Another proven preventive measure is to make use of fertilizers that contain nutrients and minerals known to inhibit rust. This can have the added benefit of promoting growth and boosting overall tree health. These fertilizers are often available from your local garden center.

Finally, use of fungicides can also be employed as a preventive measure. Regular and careful application of fungicides such as propiconazole and chlorothalonil can help reduce the chances of rust developing on your apple tree.

Further Treatments

If you already have an outbreak of rust on your apple tree, there are additional treatment measures which can be used. For example, another common approach is to scrape off the affected fruit and leaves and destroy them. This prevents the egg masses from hatching and further spreading the disease.

Alternatively, copper sulphate can be applied to the fungicide and left to soak for several hours in order to render the eggs sterile. This can help prevent the spores from further developing, thus reducing the chances of rust occurring again.

Lastly, it’s possible to spray the tree with a neem oil solution. Applied as a foliar spray, neem oil has been known to help control the development of rust spores. It also works great as a natural and biodegradable preventive measure, too.

Clean Up And Sanitize

Regardless of which treatment method you decide to employ, it’s essential to clean up the infected apple tree thoroughly afterwards. This includes pruning out any dead or dying branches, as well as removing all fallen leaves and fruit from the area. Failure to do so can result in a quick re-infestation of rust, as the spores can re-enter the tree easily through wind or water.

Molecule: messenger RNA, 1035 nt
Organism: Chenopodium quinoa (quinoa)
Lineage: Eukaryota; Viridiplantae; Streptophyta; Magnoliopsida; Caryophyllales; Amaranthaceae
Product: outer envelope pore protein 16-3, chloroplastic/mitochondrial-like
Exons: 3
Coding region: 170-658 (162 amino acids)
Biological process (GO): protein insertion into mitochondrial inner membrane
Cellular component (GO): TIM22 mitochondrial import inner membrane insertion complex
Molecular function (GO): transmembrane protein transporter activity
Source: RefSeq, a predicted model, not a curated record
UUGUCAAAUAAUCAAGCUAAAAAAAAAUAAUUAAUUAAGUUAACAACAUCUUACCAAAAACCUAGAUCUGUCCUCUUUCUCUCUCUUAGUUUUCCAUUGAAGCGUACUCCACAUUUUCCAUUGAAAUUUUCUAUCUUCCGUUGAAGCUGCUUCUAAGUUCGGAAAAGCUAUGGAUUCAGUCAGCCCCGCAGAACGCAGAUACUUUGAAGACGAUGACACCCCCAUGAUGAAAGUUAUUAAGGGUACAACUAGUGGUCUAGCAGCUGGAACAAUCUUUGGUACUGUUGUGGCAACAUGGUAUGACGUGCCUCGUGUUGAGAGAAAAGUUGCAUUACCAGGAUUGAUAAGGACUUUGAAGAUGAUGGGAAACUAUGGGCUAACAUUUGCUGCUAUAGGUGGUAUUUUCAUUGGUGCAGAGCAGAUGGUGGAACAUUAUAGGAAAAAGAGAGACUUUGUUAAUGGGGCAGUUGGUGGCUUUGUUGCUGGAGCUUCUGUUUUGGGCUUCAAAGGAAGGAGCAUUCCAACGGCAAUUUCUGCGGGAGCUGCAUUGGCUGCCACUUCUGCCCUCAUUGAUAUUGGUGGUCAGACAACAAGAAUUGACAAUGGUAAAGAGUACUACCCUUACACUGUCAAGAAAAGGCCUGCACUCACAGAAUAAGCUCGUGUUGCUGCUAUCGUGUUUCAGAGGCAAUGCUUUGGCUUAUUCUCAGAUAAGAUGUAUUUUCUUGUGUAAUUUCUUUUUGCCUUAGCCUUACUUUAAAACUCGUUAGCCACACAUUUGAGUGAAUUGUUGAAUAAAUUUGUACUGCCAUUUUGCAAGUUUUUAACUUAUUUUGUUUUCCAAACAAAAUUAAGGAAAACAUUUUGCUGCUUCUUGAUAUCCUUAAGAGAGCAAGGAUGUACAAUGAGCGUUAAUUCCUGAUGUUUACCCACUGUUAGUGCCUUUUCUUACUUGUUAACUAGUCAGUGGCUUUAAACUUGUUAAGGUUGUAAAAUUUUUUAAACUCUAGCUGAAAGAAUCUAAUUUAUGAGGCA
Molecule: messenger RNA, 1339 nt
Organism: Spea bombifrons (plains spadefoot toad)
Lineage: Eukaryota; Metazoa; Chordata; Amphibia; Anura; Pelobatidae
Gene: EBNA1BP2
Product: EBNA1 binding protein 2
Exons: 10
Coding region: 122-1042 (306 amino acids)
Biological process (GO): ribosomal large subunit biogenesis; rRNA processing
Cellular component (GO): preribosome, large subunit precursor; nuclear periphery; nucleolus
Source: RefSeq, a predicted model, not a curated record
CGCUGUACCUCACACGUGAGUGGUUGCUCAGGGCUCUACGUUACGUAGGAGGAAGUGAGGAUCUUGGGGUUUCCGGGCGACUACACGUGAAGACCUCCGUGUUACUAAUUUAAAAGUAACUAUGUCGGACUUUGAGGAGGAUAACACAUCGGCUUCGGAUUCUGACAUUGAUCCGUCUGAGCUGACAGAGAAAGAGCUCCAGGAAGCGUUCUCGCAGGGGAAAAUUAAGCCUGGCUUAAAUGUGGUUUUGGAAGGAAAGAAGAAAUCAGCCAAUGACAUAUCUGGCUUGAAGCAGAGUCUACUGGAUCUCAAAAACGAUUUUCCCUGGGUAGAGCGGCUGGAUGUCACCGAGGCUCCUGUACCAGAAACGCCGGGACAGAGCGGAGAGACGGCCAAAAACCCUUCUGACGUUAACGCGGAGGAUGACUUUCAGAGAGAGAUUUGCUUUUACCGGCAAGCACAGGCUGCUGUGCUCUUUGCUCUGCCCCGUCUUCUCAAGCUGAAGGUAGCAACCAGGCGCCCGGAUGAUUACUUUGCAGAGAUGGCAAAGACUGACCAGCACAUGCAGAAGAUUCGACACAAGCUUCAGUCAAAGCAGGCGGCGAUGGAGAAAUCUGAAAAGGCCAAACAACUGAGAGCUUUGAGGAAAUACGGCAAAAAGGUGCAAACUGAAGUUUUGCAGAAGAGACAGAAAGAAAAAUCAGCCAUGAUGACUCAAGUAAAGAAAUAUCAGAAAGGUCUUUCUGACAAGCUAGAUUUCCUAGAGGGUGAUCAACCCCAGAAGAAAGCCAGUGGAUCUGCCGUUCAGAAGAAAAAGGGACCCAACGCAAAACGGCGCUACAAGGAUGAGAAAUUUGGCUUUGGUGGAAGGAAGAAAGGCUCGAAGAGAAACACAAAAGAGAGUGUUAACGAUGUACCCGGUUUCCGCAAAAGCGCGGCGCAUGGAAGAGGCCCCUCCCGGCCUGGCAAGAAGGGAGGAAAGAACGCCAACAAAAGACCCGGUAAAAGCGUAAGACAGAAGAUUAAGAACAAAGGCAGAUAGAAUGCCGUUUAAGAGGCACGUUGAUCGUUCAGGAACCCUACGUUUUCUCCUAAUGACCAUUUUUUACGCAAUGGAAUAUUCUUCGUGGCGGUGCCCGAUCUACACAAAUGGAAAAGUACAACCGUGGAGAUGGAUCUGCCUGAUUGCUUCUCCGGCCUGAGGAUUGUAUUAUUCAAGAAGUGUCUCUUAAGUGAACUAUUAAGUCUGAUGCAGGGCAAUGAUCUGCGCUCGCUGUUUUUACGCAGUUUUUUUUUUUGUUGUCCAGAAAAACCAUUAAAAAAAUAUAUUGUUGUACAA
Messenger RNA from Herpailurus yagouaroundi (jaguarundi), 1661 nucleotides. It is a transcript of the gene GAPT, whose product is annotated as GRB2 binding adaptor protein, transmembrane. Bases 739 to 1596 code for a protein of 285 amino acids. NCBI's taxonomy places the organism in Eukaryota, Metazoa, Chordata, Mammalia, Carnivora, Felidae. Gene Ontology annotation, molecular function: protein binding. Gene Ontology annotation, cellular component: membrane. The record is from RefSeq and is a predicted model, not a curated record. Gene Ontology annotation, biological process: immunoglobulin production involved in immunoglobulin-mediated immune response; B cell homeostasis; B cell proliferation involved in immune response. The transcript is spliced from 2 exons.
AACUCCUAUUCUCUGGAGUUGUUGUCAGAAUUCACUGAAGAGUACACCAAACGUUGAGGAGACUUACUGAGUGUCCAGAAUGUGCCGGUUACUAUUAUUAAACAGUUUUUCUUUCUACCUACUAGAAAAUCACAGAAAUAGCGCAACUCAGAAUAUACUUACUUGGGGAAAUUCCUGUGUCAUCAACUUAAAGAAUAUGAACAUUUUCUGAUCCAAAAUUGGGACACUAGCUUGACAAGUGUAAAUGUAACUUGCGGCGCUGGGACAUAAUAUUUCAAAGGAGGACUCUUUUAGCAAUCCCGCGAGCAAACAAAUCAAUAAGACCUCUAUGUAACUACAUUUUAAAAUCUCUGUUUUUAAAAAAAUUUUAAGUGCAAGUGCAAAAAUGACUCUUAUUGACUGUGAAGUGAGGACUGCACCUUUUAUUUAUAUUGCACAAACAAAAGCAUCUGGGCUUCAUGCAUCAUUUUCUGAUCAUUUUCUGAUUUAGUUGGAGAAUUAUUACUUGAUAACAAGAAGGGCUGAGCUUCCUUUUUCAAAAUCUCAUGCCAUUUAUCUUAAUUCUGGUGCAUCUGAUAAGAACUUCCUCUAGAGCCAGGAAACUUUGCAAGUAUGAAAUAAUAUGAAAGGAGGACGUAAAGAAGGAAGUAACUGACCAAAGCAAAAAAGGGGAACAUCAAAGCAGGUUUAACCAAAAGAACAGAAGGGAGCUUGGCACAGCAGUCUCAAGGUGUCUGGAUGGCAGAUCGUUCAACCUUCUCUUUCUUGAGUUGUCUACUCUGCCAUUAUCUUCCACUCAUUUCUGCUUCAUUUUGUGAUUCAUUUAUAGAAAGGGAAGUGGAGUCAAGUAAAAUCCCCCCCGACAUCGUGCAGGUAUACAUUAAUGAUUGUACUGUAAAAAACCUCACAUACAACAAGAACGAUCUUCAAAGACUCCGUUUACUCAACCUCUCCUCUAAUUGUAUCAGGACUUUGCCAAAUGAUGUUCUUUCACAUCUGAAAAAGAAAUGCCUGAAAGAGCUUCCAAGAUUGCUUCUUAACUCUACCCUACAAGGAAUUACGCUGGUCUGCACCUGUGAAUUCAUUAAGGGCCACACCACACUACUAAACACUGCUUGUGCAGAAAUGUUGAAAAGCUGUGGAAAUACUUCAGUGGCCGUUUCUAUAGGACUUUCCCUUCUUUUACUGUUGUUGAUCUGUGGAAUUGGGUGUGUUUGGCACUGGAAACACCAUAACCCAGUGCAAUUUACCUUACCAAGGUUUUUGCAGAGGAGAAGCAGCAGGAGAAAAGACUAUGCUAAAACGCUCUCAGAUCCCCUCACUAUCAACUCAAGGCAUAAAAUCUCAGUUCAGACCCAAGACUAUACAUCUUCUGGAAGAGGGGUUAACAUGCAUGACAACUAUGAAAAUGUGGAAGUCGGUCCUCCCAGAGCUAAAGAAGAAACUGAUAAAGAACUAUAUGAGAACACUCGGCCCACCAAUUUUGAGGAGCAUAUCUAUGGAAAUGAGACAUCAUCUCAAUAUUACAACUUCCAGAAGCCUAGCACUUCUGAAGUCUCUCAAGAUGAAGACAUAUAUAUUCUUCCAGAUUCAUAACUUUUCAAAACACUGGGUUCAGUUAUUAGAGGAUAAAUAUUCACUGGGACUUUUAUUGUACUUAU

Sanitizing your pruning and gardening tools can help, too. Sometimes spores can remain on the blades which can then be transferred to another tree when pruning. Therefore it’s always important to thoroughly sanitize your tools after applying the rust treatment.

At the same time, consider using a protective spray to help reduce the chances of new spores from entering your tree. These sprays typically contain components such as potassium bicarbonate or sodium bicarbonate, and form a barrier against new rust spores.

Keeping the area around your tree clean and free of rust spores is also a great way to prevent the disease. This includes any nearby wild trees, weeds or grasses which may be carrying rust spores.


By following the steps outlined here, you should be able to successfully treat any apple tree rust. In addition, making use of preventive measures can help reduce the chances of rust developing in the first place. Lastly, remember to clean up the infected tree and sanitize your tools after applying the treatment.

Gordon Wesson is an environmentalist and author who lives in the Pacific Northwest. He has been writing for many years about topics related to trees, the environment, and sustainability. In particular, he is passionate about educating people on the importance of living in harmony with the environment and preserving natural spaces. He often speaks at conferences and events around the country to share his knowledge with others. His dedication to protecting our planet makes him one of the leading voices in his field today.